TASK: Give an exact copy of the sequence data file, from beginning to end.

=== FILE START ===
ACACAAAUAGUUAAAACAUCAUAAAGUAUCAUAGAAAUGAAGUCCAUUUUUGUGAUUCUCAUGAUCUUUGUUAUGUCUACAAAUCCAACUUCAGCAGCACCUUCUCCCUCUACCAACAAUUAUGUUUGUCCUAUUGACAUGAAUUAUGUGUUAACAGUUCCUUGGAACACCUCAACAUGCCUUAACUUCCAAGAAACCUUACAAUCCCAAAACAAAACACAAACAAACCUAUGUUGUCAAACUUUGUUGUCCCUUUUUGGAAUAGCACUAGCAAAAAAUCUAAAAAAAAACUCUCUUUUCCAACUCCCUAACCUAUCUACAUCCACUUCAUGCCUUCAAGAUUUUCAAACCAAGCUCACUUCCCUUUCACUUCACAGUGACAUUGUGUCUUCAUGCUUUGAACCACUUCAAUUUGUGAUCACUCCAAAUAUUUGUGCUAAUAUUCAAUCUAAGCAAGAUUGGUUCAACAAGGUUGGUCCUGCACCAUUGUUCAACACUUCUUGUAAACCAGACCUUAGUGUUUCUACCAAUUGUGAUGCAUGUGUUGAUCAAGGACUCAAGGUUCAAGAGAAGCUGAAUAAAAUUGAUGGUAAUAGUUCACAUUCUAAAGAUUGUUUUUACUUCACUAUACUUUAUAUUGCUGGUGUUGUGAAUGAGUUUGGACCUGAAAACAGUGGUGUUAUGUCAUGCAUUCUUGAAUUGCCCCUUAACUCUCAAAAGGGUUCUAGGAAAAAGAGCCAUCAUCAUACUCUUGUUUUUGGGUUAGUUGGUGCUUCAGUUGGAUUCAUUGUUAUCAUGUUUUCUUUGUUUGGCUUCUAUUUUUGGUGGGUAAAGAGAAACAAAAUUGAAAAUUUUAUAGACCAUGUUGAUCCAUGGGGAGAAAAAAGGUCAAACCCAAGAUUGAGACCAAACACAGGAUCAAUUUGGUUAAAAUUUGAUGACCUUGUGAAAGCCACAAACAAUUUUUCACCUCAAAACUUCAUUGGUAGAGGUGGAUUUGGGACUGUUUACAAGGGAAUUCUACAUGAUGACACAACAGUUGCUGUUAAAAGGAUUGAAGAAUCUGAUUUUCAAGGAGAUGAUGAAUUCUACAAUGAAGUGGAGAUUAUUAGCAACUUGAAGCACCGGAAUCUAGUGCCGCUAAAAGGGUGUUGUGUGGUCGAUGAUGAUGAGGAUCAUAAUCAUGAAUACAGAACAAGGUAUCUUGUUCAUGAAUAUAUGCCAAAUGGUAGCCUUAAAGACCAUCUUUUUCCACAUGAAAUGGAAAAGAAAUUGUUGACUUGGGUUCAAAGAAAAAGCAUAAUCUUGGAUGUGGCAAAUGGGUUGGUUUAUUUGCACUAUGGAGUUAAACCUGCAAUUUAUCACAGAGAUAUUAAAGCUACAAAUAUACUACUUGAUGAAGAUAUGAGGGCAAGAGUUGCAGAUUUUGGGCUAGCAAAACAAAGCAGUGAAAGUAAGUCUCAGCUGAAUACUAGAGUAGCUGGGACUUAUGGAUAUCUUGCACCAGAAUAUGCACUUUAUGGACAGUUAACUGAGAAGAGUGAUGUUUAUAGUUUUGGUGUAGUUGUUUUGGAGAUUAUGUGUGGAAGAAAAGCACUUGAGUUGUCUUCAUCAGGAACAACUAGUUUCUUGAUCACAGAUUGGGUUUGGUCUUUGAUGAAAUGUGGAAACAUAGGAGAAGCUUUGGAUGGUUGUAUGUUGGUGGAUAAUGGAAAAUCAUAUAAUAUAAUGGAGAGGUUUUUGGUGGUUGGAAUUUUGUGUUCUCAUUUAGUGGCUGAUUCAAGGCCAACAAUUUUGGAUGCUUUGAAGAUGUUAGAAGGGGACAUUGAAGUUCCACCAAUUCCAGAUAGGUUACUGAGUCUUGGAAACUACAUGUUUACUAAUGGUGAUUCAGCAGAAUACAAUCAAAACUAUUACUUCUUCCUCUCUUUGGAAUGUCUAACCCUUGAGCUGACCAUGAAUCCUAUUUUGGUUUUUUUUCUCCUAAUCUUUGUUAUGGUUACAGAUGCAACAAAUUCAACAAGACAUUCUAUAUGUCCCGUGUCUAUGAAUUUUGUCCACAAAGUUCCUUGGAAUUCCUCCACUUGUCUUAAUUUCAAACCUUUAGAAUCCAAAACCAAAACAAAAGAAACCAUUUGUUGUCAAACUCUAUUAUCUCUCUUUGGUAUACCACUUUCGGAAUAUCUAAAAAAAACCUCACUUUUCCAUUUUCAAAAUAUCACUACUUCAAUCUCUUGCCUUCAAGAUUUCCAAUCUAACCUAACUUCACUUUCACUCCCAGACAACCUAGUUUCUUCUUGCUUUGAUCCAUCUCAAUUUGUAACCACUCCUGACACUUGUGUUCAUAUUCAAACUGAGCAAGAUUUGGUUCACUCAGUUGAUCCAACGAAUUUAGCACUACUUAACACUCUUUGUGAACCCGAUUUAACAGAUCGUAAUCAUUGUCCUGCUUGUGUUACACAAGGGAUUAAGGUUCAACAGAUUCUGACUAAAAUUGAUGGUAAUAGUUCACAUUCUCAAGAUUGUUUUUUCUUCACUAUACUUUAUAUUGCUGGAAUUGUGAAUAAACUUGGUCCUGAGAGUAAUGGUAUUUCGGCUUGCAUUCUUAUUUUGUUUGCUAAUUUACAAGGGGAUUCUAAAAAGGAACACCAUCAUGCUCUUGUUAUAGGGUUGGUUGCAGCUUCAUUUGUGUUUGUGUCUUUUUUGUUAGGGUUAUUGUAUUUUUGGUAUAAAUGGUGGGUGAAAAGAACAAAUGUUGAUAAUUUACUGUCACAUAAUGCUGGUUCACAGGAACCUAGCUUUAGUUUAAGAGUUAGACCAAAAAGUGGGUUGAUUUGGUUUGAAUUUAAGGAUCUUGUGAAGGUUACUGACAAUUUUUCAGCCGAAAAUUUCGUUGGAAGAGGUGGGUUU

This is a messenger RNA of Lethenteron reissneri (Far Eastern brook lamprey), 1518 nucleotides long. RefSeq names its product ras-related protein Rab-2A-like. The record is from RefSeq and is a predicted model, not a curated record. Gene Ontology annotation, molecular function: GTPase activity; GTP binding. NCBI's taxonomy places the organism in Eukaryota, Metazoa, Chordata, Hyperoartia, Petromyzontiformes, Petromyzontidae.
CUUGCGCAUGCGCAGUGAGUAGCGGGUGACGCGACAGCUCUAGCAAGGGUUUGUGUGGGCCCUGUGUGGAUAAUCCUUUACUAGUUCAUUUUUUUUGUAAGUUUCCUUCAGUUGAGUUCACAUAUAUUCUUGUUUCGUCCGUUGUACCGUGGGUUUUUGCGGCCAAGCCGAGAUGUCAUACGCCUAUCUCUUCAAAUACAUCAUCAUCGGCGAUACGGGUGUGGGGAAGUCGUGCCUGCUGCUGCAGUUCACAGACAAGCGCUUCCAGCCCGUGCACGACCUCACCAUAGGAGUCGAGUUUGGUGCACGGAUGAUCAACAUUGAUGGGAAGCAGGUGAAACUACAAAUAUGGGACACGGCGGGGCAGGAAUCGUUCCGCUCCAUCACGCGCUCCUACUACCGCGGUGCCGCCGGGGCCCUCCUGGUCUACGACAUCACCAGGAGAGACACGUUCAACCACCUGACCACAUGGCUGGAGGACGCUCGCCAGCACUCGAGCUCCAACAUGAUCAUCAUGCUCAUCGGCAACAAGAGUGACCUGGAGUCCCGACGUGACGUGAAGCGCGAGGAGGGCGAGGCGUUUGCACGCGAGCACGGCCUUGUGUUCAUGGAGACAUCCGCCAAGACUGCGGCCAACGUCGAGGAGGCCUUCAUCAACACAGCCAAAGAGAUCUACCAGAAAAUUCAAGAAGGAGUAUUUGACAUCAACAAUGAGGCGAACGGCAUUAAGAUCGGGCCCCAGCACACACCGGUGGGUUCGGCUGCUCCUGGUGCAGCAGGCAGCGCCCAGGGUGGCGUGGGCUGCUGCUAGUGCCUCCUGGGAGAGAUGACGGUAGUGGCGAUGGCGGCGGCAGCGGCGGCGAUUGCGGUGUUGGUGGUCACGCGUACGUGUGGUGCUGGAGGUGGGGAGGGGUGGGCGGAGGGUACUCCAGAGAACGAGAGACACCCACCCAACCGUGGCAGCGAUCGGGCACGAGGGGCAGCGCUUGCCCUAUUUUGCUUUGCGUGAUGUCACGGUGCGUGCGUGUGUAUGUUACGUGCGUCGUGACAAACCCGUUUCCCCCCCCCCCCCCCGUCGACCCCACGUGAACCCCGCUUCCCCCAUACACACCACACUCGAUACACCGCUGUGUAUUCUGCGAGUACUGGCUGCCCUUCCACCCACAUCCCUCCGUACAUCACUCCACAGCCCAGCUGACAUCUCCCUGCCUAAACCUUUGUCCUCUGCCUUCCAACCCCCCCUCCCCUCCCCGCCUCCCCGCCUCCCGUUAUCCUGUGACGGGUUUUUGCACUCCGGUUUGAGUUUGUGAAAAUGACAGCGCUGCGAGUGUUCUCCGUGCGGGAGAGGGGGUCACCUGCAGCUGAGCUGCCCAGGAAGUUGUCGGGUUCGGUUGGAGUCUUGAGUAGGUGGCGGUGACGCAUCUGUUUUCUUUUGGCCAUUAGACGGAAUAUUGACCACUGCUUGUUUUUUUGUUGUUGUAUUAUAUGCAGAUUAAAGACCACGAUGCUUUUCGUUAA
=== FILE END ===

ACACAAAUAGUUAAAACAUCAUAAAGUAUCAUAGAAAUGAAGUCCAUUUUUGUGAUUCUCAUGAUCUUUGUUAUGUCUACAAAUCCAACUUCAGCAGCACCUUCUCCCUCUACCAACAAUUAUGUUUGUCCUAUUGACAUGAAUUAUGUGUUAACAGUUCCUUGGAACACCUCAACAUGCCUUAACUUCCAAGAAACCUUACAAUCCCAAAACAAAACACAAACAAACCUAUGUUGUCAAACUUUGUUGUCCCUUUUUGGAAUAGCACUAGCAAAAAAUCUAAAAAAAAACUCUCUUUUCCAACUCCCUAACCUAUCUACAUCCACUUCAUGCCUUCAAGAUUUUCAAACCAAGCUCACUUCCCUUUCACUUCACAGUGACAUUGUGUCUUCAUGCUUUGAACCACUUCAAUUUGUGAUCACUCCAAAUAUUUGUGCUAAUAUUCAAUCUAAGCAAGAUUGGUUCAACAAGGUUGGUCCUGCACCAUUGUUCAACACUUCUUGUAAACCAGACCUUAGUGUUUCUACCAAUUGUGAUGCAUGUGUUGAUCAAGGACUCAAGGUUCAAGAGAAGCUGAAUAAAAUUGAUGGUAAUAGUUCACAUUCUAAAGAUUGUUUUUACUUCACUAUACUUUAUAUUGCUGGUGUUGUGAAUGAGUUUGGACCUGAAAACAGUGGUGUUAUGUCAUGCAUUCUUGAAUUGCCCCUUAACUCUCAAAAGGGUUCUAGGAAAAAGAGCCAUCAUCAUACUCUUGUUUUUGGGUUAGUUGGUGCUUCAGUUGGAUUCAUUGUUAUCAUGUUUUCUUUGUUUGGCUUCUAUUUUUGGUGGGUAAAGAGAAACAAAAUUGAAAAUUUUAUAGACCAUGUUGAUCCAUGGGGAGAAAAAAGGUCAAACCCAAGAUUGAGACCAAACACAGGAUCAAUUUGGUUAAAAUUUGAUGACCUUGUGAAAGCCACAAACAAUUUUUCACCUCAAAACUUCAUUGGUAGAGGUGGAUUUGGGACUGUUUACAAGGGAAUUCUACAUGAUGACACAACAGUUGCUGUUAAAAGGAUUGAAGAAUCUGAUUUUCAAGGAGAUGAUGAAUUCUACAAUGAAGUGGAGAUUAUUAGCAACUUGAAGCACCGGAAUCUAGUGCCGCUAAAAGGGUGUUGUGUGGUCGAUGAUGAUGAGGAUCAUAAUCAUGAAUACAGAACAAGGUAUCUUGUUCAUGAAUAUAUGCCAAAUGGUAGCCUUAAAGACCAUCUUUUUCCACAUGAAAUGGAAAAGAAAUUGUUGACUUGGGUUCAAAGAAAAAGCAUAAUCUUGGAUGUGGCAAAUGGGUUGGUUUAUUUGCACUAUGGAGUUAAACCUGCAAUUUAUCACAGAGAUAUUAAAGCUACAAAUAUACUACUUGAUGAAGAUAUGAGGGCAAGAGUUGCAGAUUUUGGGCUAGCAAAACAAAGCAGUGAAAGUAAGUCUCAGCUGAAUACUAGAGUAGCUGGGACUUAUGGAUAUCUUGCACCAGAAUAUGCACUUUAUGGACAGUUAACUGAGAAGAGUGAUGUUUAUAGUUUUGGUGUAGUUGUUUUGGAGAUUAUGUGUGGAAGAAAAGCACUUGAGUUGUCUUCAUCAGGAACAACUAGUUUCUUGAUCACAGAUUGGGUUUGGUCUUUGAUGAAAUGUGGAAACAUAGGAGAAGCUUUGGAUGGUUGUAUGUUGGUGGAUAAUGGAAAAUCAUAUAAUAUAAUGGAGAGGUUUUUGGUGGUUGGAAUUUUGUGUUCUCAUUUAGUGGCUGAUUCAAGGCCAACAAUUUUGGAUGCUUUGAAGAUGUUAGAAGGGGACAUUGAAGUUCCACCAAUUCCAGAUAGGUUACUGAGUCUUGGAAACUACAUGUUUACUAAUGGUGAUUCAGCAGAAUACAAUCAAAACUAUUACUUCUUCCUCUCUUUGGAAUGUCUAACCCUUGAGCUGACCAUGAAUCCUAUUUUGGUUUUUUUUCUCCUAAUCUUUGUUAUGGUUACAGAUGCAACAAAUUCAACAAGACAUUCUAUAUGUCCCGUGUCUAUGAAUUUUGUCCACAAAGUUCCUUGGAAUUCCUCCACUUGUCUUAAUUUCAAACCUUUAGAAUCCAAAACCAAAACAAAAGAAACCAUUUGUUGUCAAACUCUAUUAUCUCUCUUUGGUAUACCACUUUCGGAAUAUCUAAAAAAAACCUCACUUUUCCAUUUUCAAAAUAUCACUACUUCAAUCUCUUGCCUUCAAGAUUUCCAAUCUAACCUAACUUCACUUUCACUCCCAGACAACCUAGUUUCUUCUUGCUUUGAUCCAUCUCAAUUUGUAACCACUCCUGACACUUGUGUUCAUAUUCAAACUGAGCAAGAUUUGGUUCACUCAGUUGAUCCAACGAAUUUAGCACUACUUAACACUCUUUGUGAACCCGAUUUAACAGAUCGUAAUCAUUGUCCUGCUUGUGUUACACAAGGGAUUAAGGUUCAACAGAUUCUGACUAAAAUUGAUGGUAAUAGUUCACAUUCUCAAGAUUGUUUUUUCUUCACUAUACUUUAUAUUGCUGGAAUUGUGAAUAAACUUGGUCCUGAGAGUAAUGGUAUUUCGGCUUGCAUUCUUAUUUUGUUUGCUAAUUUACAAGGGGAUUCUAAAAAGGAACACCAUCAUGCUCUUGUUAUAGGGUUGGUUGCAGCUUCAUUUGUGUUUGUGUCUUUUUUGUUAGGGUUAUUGUAUUUUUGGUAUAAAUGGUGGGUGAAAAGAACAAAUGUUGAUAAUUUACUGUCACAUAAUGCUGGUUCACAGGAACCUAGCUUUAGUUUAAGAGUUAGACCAAAAAGUGGGUUGAUUUGGUUUGAAUUUAAGGAUCUUGUGAAGGUUACUGACAAUUUUUCAGCCGAAAAUUUCGUUGGAAGAGGUGGGUUU

This is a messenger RNA of Lethenteron reissneri (Far Eastern brook lamprey), 1518 nucleotides long. RefSeq names its product ras-related protein Rab-2A-like. The record is from RefSeq and is a predicted model, not a curated record. Gene Ontology annotation, molecular function: GTPase activity; GTP binding. NCBI's taxonomy places the organism in Eukaryota, Metazoa, Chordata, Hyperoartia, Petromyzontiformes, Petromyzontidae.
CUUGCGCAUGCGCAGUGAGUAGCGGGUGACGCGACAGCUCUAGCAAGGGUUUGUGUGGGCCCUGUGUGGAUAAUCCUUUACUAGUUCAUUUUUUUUGUAAGUUUCCUUCAGUUGAGUUCACAUAUAUUCUUGUUUCGUCCGUUGUACCGUGGGUUUUUGCGGCCAAGCCGAGAUGUCAUACGCCUAUCUCUUCAAAUACAUCAUCAUCGGCGAUACGGGUGUGGGGAAGUCGUGCCUGCUGCUGCAGUUCACAGACAAGCGCUUCCAGCCCGUGCACGACCUCACCAUAGGAGUCGAGUUUGGUGCACGGAUGAUCAACAUUGAUGGGAAGCAGGUGAAACUACAAAUAUGGGACACGGCGGGGCAGGAAUCGUUCCGCUCCAUCACGCGCUCCUACUACCGCGGUGCCGCCGGGGCCCUCCUGGUCUACGACAUCACCAGGAGAGACACGUUCAACCACCUGACCACAUGGCUGGAGGACGCUCGCCAGCACUCGAGCUCCAACAUGAUCAUCAUGCUCAUCGGCAACAAGAGUGACCUGGAGUCCCGACGUGACGUGAAGCGCGAGGAGGGCGAGGCGUUUGCACGCGAGCACGGCCUUGUGUUCAUGGAGACAUCCGCCAAGACUGCGGCCAACGUCGAGGAGGCCUUCAUCAACACAGCCAAAGAGAUCUACCAGAAAAUUCAAGAAGGAGUAUUUGACAUCAACAAUGAGGCGAACGGCAUUAAGAUCGGGCCCCAGCACACACCGGUGGGUUCGGCUGCUCCUGGUGCAGCAGGCAGCGCCCAGGGUGGCGUGGGCUGCUGCUAGUGCCUCCUGGGAGAGAUGACGGUAGUGGCGAUGGCGGCGGCAGCGGCGGCGAUUGCGGUGUUGGUGGUCACGCGUACGUGUGGUGCUGGAGGUGGGGAGGGGUGGGCGGAGGGUACUCCAGAGAACGAGAGACACCCACCCAACCGUGGCAGCGAUCGGGCACGAGGGGCAGCGCUUGCCCUAUUUUGCUUUGCGUGAUGUCACGGUGCGUGCGUGUGUAUGUUACGUGCGUCGUGACAAACCCGUUUCCCCCCCCCCCCCCCGUCGACCCCACGUGAACCCCGCUUCCCCCAUACACACCACACUCGAUACACCGCUGUGUAUUCUGCGAGUACUGGCUGCCCUUCCACCCACAUCCCUCCGUACAUCACUCCACAGCCCAGCUGACAUCUCCCUGCCUAAACCUUUGUCCUCUGCCUUCCAACCCCCCCUCCCCUCCCCGCCUCCCCGCCUCCCGUUAUCCUGUGACGGGUUUUUGCACUCCGGUUUGAGUUUGUGAAAAUGACAGCGCUGCGAGUGUUCUCCGUGCGGGAGAGGGGGUCACCUGCAGCUGAGCUGCCCAGGAAGUUGUCGGGUUCGGUUGGAGUCUUGAGUAGGUGGCGGUGACGCAUCUGUUUUCUUUUGGCCAUUAGACGGAAUAUUGACCACUGCUUGUUUUUUUGUUGUUGUAUUAUAUGCAGAUUAAAGACCACGAUGCUUUUCGUUAA